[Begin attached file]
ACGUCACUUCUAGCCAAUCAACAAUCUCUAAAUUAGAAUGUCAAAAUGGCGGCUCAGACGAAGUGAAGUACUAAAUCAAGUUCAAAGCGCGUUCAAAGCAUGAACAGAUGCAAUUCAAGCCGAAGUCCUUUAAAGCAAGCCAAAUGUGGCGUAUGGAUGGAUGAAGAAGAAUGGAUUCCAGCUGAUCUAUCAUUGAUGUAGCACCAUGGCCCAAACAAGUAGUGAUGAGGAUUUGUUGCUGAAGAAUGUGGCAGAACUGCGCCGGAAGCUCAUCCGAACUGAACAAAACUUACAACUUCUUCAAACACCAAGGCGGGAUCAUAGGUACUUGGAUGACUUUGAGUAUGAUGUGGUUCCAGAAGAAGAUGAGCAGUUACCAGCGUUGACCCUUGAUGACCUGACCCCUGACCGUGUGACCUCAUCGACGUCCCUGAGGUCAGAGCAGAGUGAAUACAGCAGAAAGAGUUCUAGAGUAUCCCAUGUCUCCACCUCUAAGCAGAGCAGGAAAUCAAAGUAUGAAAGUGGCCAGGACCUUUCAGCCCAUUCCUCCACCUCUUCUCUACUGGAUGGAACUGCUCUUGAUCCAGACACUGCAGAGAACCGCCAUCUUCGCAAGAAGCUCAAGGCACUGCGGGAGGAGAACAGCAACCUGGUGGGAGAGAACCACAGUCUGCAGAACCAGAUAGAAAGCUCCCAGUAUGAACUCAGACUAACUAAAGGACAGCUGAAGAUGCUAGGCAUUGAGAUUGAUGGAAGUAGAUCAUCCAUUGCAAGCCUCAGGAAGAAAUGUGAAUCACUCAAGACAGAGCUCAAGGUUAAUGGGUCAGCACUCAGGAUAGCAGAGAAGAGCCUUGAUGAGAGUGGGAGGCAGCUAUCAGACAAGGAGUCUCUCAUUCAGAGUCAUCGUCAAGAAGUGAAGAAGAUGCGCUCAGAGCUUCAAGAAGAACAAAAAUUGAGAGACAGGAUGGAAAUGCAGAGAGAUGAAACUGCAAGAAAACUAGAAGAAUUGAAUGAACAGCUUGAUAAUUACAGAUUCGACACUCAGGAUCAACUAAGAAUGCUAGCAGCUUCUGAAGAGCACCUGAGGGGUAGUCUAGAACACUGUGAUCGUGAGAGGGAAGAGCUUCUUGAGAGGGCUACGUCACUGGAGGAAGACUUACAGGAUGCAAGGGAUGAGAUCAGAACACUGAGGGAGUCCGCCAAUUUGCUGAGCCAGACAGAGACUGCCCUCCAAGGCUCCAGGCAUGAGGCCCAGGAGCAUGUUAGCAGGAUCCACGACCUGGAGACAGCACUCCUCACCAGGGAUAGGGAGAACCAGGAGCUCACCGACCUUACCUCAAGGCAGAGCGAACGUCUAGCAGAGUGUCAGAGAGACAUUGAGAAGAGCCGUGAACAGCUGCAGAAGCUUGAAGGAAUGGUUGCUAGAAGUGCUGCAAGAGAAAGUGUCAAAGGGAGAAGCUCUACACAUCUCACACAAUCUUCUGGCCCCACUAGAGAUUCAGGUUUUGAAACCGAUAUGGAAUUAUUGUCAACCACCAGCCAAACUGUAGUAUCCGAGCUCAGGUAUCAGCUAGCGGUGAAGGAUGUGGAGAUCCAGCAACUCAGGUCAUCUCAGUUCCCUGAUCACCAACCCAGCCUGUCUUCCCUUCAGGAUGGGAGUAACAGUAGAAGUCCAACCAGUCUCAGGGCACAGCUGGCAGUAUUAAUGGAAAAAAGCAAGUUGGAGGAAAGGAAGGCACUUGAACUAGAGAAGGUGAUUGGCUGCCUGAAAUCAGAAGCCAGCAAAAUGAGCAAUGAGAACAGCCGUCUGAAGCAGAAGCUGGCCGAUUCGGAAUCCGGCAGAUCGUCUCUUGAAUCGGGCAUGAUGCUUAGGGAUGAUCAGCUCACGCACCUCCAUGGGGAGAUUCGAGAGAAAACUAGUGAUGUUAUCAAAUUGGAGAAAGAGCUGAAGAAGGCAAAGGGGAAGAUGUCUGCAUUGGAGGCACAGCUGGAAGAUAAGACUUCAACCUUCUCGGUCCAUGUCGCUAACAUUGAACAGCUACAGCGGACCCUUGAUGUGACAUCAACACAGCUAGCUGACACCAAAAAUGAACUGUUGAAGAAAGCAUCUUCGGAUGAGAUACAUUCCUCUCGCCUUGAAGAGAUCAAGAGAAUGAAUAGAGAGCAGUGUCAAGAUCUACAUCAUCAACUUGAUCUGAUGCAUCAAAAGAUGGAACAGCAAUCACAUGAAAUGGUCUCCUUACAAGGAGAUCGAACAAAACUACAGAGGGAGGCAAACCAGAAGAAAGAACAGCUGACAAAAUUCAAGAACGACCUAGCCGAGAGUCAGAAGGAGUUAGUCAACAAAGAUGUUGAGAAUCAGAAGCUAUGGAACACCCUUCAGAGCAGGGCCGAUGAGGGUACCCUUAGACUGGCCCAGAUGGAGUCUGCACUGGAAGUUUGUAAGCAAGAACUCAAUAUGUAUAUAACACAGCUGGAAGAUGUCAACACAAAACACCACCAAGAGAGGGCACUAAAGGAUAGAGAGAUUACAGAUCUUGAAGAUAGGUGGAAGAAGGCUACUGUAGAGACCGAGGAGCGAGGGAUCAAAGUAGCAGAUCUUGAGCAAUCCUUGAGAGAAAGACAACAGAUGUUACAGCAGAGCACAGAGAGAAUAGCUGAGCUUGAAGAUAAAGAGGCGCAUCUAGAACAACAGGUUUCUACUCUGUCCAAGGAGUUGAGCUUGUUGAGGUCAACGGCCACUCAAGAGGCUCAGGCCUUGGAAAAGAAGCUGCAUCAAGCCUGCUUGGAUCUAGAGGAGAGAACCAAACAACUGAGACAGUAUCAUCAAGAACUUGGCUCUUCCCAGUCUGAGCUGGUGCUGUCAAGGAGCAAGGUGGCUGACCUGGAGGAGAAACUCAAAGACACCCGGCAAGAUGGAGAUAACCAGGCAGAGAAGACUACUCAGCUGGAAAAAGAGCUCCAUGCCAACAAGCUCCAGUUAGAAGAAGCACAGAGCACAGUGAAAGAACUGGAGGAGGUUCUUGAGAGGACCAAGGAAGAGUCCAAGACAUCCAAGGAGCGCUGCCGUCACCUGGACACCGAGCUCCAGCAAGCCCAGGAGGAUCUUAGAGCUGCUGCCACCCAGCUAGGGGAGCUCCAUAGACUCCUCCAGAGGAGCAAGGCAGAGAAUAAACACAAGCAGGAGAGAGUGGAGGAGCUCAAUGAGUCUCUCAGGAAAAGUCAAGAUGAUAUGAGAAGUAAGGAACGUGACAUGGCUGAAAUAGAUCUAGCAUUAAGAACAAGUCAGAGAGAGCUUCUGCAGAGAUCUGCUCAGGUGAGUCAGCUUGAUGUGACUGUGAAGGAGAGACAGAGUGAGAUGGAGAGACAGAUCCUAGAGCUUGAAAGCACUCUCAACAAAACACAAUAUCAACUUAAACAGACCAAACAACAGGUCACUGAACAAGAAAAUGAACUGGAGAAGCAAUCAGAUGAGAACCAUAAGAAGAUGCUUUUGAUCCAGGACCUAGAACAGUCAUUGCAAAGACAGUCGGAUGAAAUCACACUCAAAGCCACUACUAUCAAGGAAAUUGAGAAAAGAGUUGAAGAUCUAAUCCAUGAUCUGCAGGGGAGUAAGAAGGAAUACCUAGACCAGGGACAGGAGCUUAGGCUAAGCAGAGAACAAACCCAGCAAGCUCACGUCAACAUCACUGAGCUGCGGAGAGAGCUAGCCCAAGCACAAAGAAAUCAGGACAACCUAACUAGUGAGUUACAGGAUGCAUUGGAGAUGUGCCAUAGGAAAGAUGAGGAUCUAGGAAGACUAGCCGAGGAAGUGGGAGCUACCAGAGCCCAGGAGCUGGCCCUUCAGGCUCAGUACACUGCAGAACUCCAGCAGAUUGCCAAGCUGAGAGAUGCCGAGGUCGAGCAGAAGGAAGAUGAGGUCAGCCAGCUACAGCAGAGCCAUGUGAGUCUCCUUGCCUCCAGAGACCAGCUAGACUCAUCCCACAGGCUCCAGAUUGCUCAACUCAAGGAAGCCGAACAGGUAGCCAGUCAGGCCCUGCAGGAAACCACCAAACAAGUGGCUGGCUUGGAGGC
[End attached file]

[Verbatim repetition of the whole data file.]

ACGUCACUUCUAGCCAAUCAACAAUCUCUAAAUUAGAAUGUCAAAAUGGCGGCUCAGACGAAGUGAAGUACUAAAUCAAGUUCAAAGCGCGUUCAAAGCAUGAACAGAUGCAAUUCAAGCCGAAGUCCUUUAAAGCAAGCCAAAUGUGGCGUAUGGAUGGAUGAAGAAGAAUGGAUUCCAGCUGAUCUAUCAUUGAUGUAGCACCAUGGCCCAAACAAGUAGUGAUGAGGAUUUGUUGCUGAAGAAUGUGGCAGAACUGCGCCGGAAGCUCAUCCGAACUGAACAAAACUUACAACUUCUUCAAACACCAAGGCGGGAUCAUAGGUACUUGGAUGACUUUGAGUAUGAUGUGGUUCCAGAAGAAGAUGAGCAGUUACCAGCGUUGACCCUUGAUGACCUGACCCCUGACCGUGUGACCUCAUCGACGUCCCUGAGGUCAGAGCAGAGUGAAUACAGCAGAAAGAGUUCUAGAGUAUCCCAUGUCUCCACCUCUAAGCAGAGCAGGAAAUCAAAGUAUGAAAGUGGCCAGGACCUUUCAGCCCAUUCCUCCACCUCUUCUCUACUGGAUGGAACUGCUCUUGAUCCAGACACUGCAGAGAACCGCCAUCUUCGCAAGAAGCUCAAGGCACUGCGGGAGGAGAACAGCAACCUGGUGGGAGAGAACCACAGUCUGCAGAACCAGAUAGAAAGCUCCCAGUAUGAACUCAGACUAACUAAAGGACAGCUGAAGAUGCUAGGCAUUGAGAUUGAUGGAAGUAGAUCAUCCAUUGCAAGCCUCAGGAAGAAAUGUGAAUCACUCAAGACAGAGCUCAAGGUUAAUGGGUCAGCACUCAGGAUAGCAGAGAAGAGCCUUGAUGAGAGUGGGAGGCAGCUAUCAGACAAGGAGUCUCUCAUUCAGAGUCAUCGUCAAGAAGUGAAGAAGAUGCGCUCAGAGCUUCAAGAAGAACAAAAAUUGAGAGACAGGAUGGAAAUGCAGAGAGAUGAAACUGCAAGAAAACUAGAAGAAUUGAAUGAACAGCUUGAUAAUUACAGAUUCGACACUCAGGAUCAACUAAGAAUGCUAGCAGCUUCUGAAGAGCACCUGAGGGGUAGUCUAGAACACUGUGAUCGUGAGAGGGAAGAGCUUCUUGAGAGGGCUACGUCACUGGAGGAAGACUUACAGGAUGCAAGGGAUGAGAUCAGAACACUGAGGGAGUCCGCCAAUUUGCUGAGCCAGACAGAGACUGCCCUCCAAGGCUCCAGGCAUGAGGCCCAGGAGCAUGUUAGCAGGAUCCACGACCUGGAGACAGCACUCCUCACCAGGGAUAGGGAGAACCAGGAGCUCACCGACCUUACCUCAAGGCAGAGCGAACGUCUAGCAGAGUGUCAGAGAGACAUUGAGAAGAGCCGUGAACAGCUGCAGAAGCUUGAAGGAAUGGUUGCUAGAAGUGCUGCAAGAGAAAGUGUCAAAGGGAGAAGCUCUACACAUCUCACACAAUCUUCUGGCCCCACUAGAGAUUCAGGUUUUGAAACCGAUAUGGAAUUAUUGUCAACCACCAGCCAAACUGUAGUAUCCGAGCUCAGGUAUCAGCUAGCGGUGAAGGAUGUGGAGAUCCAGCAACUCAGGUCAUCUCAGUUCCCUGAUCACCAACCCAGCCUGUCUUCCCUUCAGGAUGGGAGUAACAGUAGAAGUCCAACCAGUCUCAGGGCACAGCUGGCAGUAUUAAUGGAAAAAAGCAAGUUGGAGGAAAGGAAGGCACUUGAACUAGAGAAGGUGAUUGGCUGCCUGAAAUCAGAAGCCAGCAAAAUGAGCAAUGAGAACAGCCGUCUGAAGCAGAAGCUGGCCGAUUCGGAAUCCGGCAGAUCGUCUCUUGAAUCGGGCAUGAUGCUUAGGGAUGAUCAGCUCACGCACCUCCAUGGGGAGAUUCGAGAGAAAACUAGUGAUGUUAUCAAAUUGGAGAAAGAGCUGAAGAAGGCAAAGGGGAAGAUGUCUGCAUUGGAGGCACAGCUGGAAGAUAAGACUUCAACCUUCUCGGUCCAUGUCGCUAACAUUGAACAGCUACAGCGGACCCUUGAUGUGACAUCAACACAGCUAGCUGACACCAAAAAUGAACUGUUGAAGAAAGCAUCUUCGGAUGAGAUACAUUCCUCUCGCCUUGAAGAGAUCAAGAGAAUGAAUAGAGAGCAGUGUCAAGAUCUACAUCAUCAACUUGAUCUGAUGCAUCAAAAGAUGGAACAGCAAUCACAUGAAAUGGUCUCCUUACAAGGAGAUCGAACAAAACUACAGAGGGAGGCAAACCAGAAGAAAGAACAGCUGACAAAAUUCAAGAACGACCUAGCCGAGAGUCAGAAGGAGUUAGUCAACAAAGAUGUUGAGAAUCAGAAGCUAUGGAACACCCUUCAGAGCAGGGCCGAUGAGGGUACCCUUAGACUGGCCCAGAUGGAGUCUGCACUGGAAGUUUGUAAGCAAGAACUCAAUAUGUAUAUAACACAGCUGGAAGAUGUCAACACAAAACACCACCAAGAGAGGGCACUAAAGGAUAGAGAGAUUACAGAUCUUGAAGAUAGGUGGAAGAAGGCUACUGUAGAGACCGAGGAGCGAGGGAUCAAAGUAGCAGAUCUUGAGCAAUCCUUGAGAGAAAGACAACAGAUGUUACAGCAGAGCACAGAGAGAAUAGCUGAGCUUGAAGAUAAAGAGGCGCAUCUAGAACAACAGGUUUCUACUCUGUCCAAGGAGUUGAGCUUGUUGAGGUCAACGGCCACUCAAGAGGCUCAGGCCUUGGAAAAGAAGCUGCAUCAAGCCUGCUUGGAUCUAGAGGAGAGAACCAAACAACUGAGACAGUAUCAUCAAGAACUUGGCUCUUCCCAGUCUGAGCUGGUGCUGUCAAGGAGCAAGGUGGCUGACCUGGAGGAGAAACUCAAAGACACCCGGCAAGAUGGAGAUAACCAGGCAGAGAAGACUACUCAGCUGGAAAAAGAGCUCCAUGCCAACAAGCUCCAGUUAGAAGAAGCACAGAGCACAGUGAAAGAACUGGAGGAGGUUCUUGAGAGGACCAAGGAAGAGUCCAAGACAUCCAAGGAGCGCUGCCGUCACCUGGACACCGAGCUCCAGCAAGCCCAGGAGGAUCUUAGAGCUGCUGCCACCCAGCUAGGGGAGCUCCAUAGACUCCUCCAGAGGAGCAAGGCAGAGAAUAAACACAAGCAGGAGAGAGUGGAGGAGCUCAAUGAGUCUCUCAGGAAAAGUCAAGAUGAUAUGAGAAGUAAGGAACGUGACAUGGCUGAAAUAGAUCUAGCAUUAAGAACAAGUCAGAGAGAGCUUCUGCAGAGAUCUGCUCAGGUGAGUCAGCUUGAUGUGACUGUGAAGGAGAGACAGAGUGAGAUGGAGAGACAGAUCCUAGAGCUUGAAAGCACUCUCAACAAAACACAAUAUCAACUUAAACAGACCAAACAACAGGUCACUGAACAAGAAAAUGAACUGGAGAAGCAAUCAGAUGAGAACCAUAAGAAGAUGCUUUUGAUCCAGGACCUAGAACAGUCAUUGCAAAGACAGUCGGAUGAAAUCACACUCAAAGCCACUACUAUCAAGGAAAUUGAGAAAAGAGUUGAAGAUCUAAUCCAUGAUCUGCAGGGGAGUAAGAAGGAAUACCUAGACCAGGGACAGGAGCUUAGGCUAAGCAGAGAACAAACCCAGCAAGCUCACGUCAACAUCACUGAGCUGCGGAGAGAGCUAGCCCAAGCACAAAGAAAUCAGGACAACCUAACUAGUGAGUUACAGGAUGCAUUGGAGAUGUGCCAUAGGAAAGAUGAGGAUCUAGGAAGACUAGCCGAGGAAGUGGGAGCUACCAGAGCCCAGGAGCUGGCCCUUCAGGCUCAGUACACUGCAGAACUCCAGCAGAUUGCCAAGCUGAGAGAUGCCGAGGUCGAGCAGAAGGAAGAUGAGGUCAGCCAGCUACAGCAGAGCCAUGUGAGUCUCCUUGCCUCCAGAGACCAGCUAGACUCAUCCCACAGGCUCCAGAUUGCUCAACUCAAGGAAGCCGAACAGGUAGCCAGUCAGGCCCUGCAGGAAACCACCAAACAAGUGGCUGGCUUGGAGGC